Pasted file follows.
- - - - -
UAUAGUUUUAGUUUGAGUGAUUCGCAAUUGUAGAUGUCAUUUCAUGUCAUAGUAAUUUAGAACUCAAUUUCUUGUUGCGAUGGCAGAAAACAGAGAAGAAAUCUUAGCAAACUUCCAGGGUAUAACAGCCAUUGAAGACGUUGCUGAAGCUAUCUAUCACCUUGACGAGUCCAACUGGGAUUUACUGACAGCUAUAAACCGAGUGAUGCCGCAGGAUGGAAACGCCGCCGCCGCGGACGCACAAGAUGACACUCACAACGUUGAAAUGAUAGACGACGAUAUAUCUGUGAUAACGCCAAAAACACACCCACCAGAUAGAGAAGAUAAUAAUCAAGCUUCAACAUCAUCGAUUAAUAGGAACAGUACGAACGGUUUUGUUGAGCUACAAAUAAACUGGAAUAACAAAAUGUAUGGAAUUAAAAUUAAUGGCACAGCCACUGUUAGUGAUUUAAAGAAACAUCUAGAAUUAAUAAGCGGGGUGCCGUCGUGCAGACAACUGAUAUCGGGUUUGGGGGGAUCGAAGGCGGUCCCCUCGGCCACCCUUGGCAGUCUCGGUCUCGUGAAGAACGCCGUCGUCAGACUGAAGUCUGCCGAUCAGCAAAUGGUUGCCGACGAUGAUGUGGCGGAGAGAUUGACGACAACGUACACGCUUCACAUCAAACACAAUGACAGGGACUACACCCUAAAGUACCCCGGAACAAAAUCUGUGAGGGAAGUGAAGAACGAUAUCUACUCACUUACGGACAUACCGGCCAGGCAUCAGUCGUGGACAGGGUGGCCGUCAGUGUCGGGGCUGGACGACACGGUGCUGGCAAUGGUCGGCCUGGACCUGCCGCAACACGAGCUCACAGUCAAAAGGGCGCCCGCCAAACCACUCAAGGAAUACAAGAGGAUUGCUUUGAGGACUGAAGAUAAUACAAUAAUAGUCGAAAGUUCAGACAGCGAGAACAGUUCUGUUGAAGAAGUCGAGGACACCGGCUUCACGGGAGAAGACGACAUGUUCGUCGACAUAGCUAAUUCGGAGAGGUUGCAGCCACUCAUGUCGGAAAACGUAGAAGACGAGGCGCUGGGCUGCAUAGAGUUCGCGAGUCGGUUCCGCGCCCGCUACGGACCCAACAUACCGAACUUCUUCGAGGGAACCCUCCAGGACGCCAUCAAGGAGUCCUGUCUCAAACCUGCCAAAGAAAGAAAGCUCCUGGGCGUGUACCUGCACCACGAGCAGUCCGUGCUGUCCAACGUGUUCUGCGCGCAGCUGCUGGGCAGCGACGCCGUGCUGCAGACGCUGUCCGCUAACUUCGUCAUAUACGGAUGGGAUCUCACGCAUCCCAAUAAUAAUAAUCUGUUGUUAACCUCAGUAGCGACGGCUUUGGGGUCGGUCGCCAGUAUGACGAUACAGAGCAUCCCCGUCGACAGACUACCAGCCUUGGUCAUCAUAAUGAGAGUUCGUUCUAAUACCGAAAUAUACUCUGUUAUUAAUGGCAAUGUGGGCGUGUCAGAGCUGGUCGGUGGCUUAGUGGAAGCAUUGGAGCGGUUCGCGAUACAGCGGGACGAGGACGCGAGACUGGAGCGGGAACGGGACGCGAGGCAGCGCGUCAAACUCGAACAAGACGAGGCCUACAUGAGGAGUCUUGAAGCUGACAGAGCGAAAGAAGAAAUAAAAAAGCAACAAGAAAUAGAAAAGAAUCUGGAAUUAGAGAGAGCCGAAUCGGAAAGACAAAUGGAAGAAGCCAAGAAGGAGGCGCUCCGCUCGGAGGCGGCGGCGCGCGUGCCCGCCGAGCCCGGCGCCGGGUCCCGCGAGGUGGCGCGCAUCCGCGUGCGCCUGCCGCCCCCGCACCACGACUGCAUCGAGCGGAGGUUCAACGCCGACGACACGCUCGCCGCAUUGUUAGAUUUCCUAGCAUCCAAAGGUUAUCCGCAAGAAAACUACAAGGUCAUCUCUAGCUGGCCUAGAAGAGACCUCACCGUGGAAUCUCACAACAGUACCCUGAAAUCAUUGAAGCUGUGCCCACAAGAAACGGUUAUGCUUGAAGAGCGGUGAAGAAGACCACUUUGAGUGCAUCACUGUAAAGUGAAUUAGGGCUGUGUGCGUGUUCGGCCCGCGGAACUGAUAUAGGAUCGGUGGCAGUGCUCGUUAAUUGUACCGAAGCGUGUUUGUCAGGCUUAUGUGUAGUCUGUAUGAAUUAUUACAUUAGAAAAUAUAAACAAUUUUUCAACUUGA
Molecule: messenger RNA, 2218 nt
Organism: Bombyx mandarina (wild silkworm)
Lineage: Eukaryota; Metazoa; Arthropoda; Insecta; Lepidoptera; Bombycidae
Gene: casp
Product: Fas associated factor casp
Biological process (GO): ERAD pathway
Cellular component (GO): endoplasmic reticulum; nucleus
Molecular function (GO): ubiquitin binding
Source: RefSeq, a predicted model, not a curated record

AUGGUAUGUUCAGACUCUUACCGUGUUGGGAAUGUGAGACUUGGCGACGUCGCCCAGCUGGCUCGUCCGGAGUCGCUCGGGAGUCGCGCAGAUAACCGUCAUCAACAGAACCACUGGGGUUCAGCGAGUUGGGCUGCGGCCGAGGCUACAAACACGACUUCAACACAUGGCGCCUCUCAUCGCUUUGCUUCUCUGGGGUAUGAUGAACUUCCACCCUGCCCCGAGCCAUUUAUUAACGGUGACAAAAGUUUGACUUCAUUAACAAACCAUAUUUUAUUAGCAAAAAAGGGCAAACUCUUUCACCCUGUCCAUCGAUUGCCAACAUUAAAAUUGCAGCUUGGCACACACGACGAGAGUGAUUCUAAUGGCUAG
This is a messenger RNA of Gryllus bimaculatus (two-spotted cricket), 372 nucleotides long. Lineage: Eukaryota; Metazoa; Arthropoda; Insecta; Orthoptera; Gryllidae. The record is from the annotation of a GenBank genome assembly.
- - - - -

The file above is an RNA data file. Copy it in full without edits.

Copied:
UAUAGUUUUAGUUUGAGUGAUUCGCAAUUGUAGAUGUCAUUUCAUGUCAUAGUAAUUUAGAACUCAAUUUCUUGUUGCGAUGGCAGAAAACAGAGAAGAAAUCUUAGCAAACUUCCAGGGUAUAACAGCCAUUGAAGACGUUGCUGAAGCUAUCUAUCACCUUGACGAGUCCAACUGGGAUUUACUGACAGCUAUAAACCGAGUGAUGCCGCAGGAUGGAAACGCCGCCGCCGCGGACGCACAAGAUGACACUCACAACGUUGAAAUGAUAGACGACGAUAUAUCUGUGAUAACGCCAAAAACACACCCACCAGAUAGAGAAGAUAAUAAUCAAGCUUCAACAUCAUCGAUUAAUAGGAACAGUACGAACGGUUUUGUUGAGCUACAAAUAAACUGGAAUAACAAAAUGUAUGGAAUUAAAAUUAAUGGCACAGCCACUGUUAGUGAUUUAAAGAAACAUCUAGAAUUAAUAAGCGGGGUGCCGUCGUGCAGACAACUGAUAUCGGGUUUGGGGGGAUCGAAGGCGGUCCCCUCGGCCACCCUUGGCAGUCUCGGUCUCGUGAAGAACGCCGUCGUCAGACUGAAGUCUGCCGAUCAGCAAAUGGUUGCCGACGAUGAUGUGGCGGAGAGAUUGACGACAACGUACACGCUUCACAUCAAACACAAUGACAGGGACUACACCCUAAAGUACCCCGGAACAAAAUCUGUGAGGGAAGUGAAGAACGAUAUCUACUCACUUACGGACAUACCGGCCAGGCAUCAGUCGUGGACAGGGUGGCCGUCAGUGUCGGGGCUGGACGACACGGUGCUGGCAAUGGUCGGCCUGGACCUGCCGCAACACGAGCUCACAGUCAAAAGGGCGCCCGCCAAACCACUCAAGGAAUACAAGAGGAUUGCUUUGAGGACUGAAGAUAAUACAAUAAUAGUCGAAAGUUCAGACAGCGAGAACAGUUCUGUUGAAGAAGUCGAGGACACCGGCUUCACGGGAGAAGACGACAUGUUCGUCGACAUAGCUAAUUCGGAGAGGUUGCAGCCACUCAUGUCGGAAAACGUAGAAGACGAGGCGCUGGGCUGCAUAGAGUUCGCGAGUCGGUUCCGCGCCCGCUACGGACCCAACAUACCGAACUUCUUCGAGGGAACCCUCCAGGACGCCAUCAAGGAGUCCUGUCUCAAACCUGCCAAAGAAAGAAAGCUCCUGGGCGUGUACCUGCACCACGAGCAGUCCGUGCUGUCCAACGUGUUCUGCGCGCAGCUGCUGGGCAGCGACGCCGUGCUGCAGACGCUGUCCGCUAACUUCGUCAUAUACGGAUGGGAUCUCACGCAUCCCAAUAAUAAUAAUCUGUUGUUAACCUCAGUAGCGACGGCUUUGGGGUCGGUCGCCAGUAUGACGAUACAGAGCAUCCCCGUCGACAGACUACCAGCCUUGGUCAUCAUAAUGAGAGUUCGUUCUAAUACCGAAAUAUACUCUGUUAUUAAUGGCAAUGUGGGCGUGUCAGAGCUGGUCGGUGGCUUAGUGGAAGCAUUGGAGCGGUUCGCGAUACAGCGGGACGAGGACGCGAGACUGGAGCGGGAACGGGACGCGAGGCAGCGCGUCAAACUCGAACAAGACGAGGCCUACAUGAGGAGUCUUGAAGCUGACAGAGCGAAAGAAGAAAUAAAAAAGCAACAAGAAAUAGAAAAGAAUCUGGAAUUAGAGAGAGCCGAAUCGGAAAGACAAAUGGAAGAAGCCAAGAAGGAGGCGCUCCGCUCGGAGGCGGCGGCGCGCGUGCCCGCCGAGCCCGGCGCCGGGUCCCGCGAGGUGGCGCGCAUCCGCGUGCGCCUGCCGCCCCCGCACCACGACUGCAUCGAGCGGAGGUUCAACGCCGACGACACGCUCGCCGCAUUGUUAGAUUUCCUAGCAUCCAAAGGUUAUCCGCAAGAAAACUACAAGGUCAUCUCUAGCUGGCCUAGAAGAGACCUCACCGUGGAAUCUCACAACAGUACCCUGAAAUCAUUGAAGCUGUGCCCACAAGAAACGGUUAUGCUUGAAGAGCGGUGAAGAAGACCACUUUGAGUGCAUCACUGUAAAGUGAAUUAGGGCUGUGUGCGUGUUCGGCCCGCGGAACUGAUAUAGGAUCGGUGGCAGUGCUCGUUAAUUGUACCGAAGCGUGUUUGUCAGGCUUAUGUGUAGUCUGUAUGAAUUAUUACAUUAGAAAAUAUAAACAAUUUUUCAACUUGA
Molecule: messenger RNA, 2218 nt
Organism: Bombyx mandarina (wild silkworm)
Lineage: Eukaryota; Metazoa; Arthropoda; Insecta; Lepidoptera; Bombycidae
Gene: casp
Product: Fas associated factor casp
Biological process (GO): ERAD pathway
Cellular component (GO): endoplasmic reticulum; nucleus
Molecular function (GO): ubiquitin binding
Source: RefSeq, a predicted model, not a curated record

AUGGUAUGUUCAGACUCUUACCGUGUUGGGAAUGUGAGACUUGGCGACGUCGCCCAGCUGGCUCGUCCGGAGUCGCUCGGGAGUCGCGCAGAUAACCGUCAUCAACAGAACCACUGGGGUUCAGCGAGUUGGGCUGCGGCCGAGGCUACAAACACGACUUCAACACAUGGCGCCUCUCAUCGCUUUGCUUCUCUGGGGUAUGAUGAACUUCCACCCUGCCCCGAGCCAUUUAUUAACGGUGACAAAAGUUUGACUUCAUUAACAAACCAUAUUUUAUUAGCAAAAAAGGGCAAACUCUUUCACCCUGUCCAUCGAUUGCCAACAUUAAAAUUGCAGCUUGGCACACACGACGAGAGUGAUUCUAAUGGCUAG
This is a messenger RNA of Gryllus bimaculatus (two-spotted cricket), 372 nucleotides long. Lineage: Eukaryota; Metazoa; Arthropoda; Insecta; Orthoptera; Gryllidae. The record is from the annotation of a GenBank genome assembly.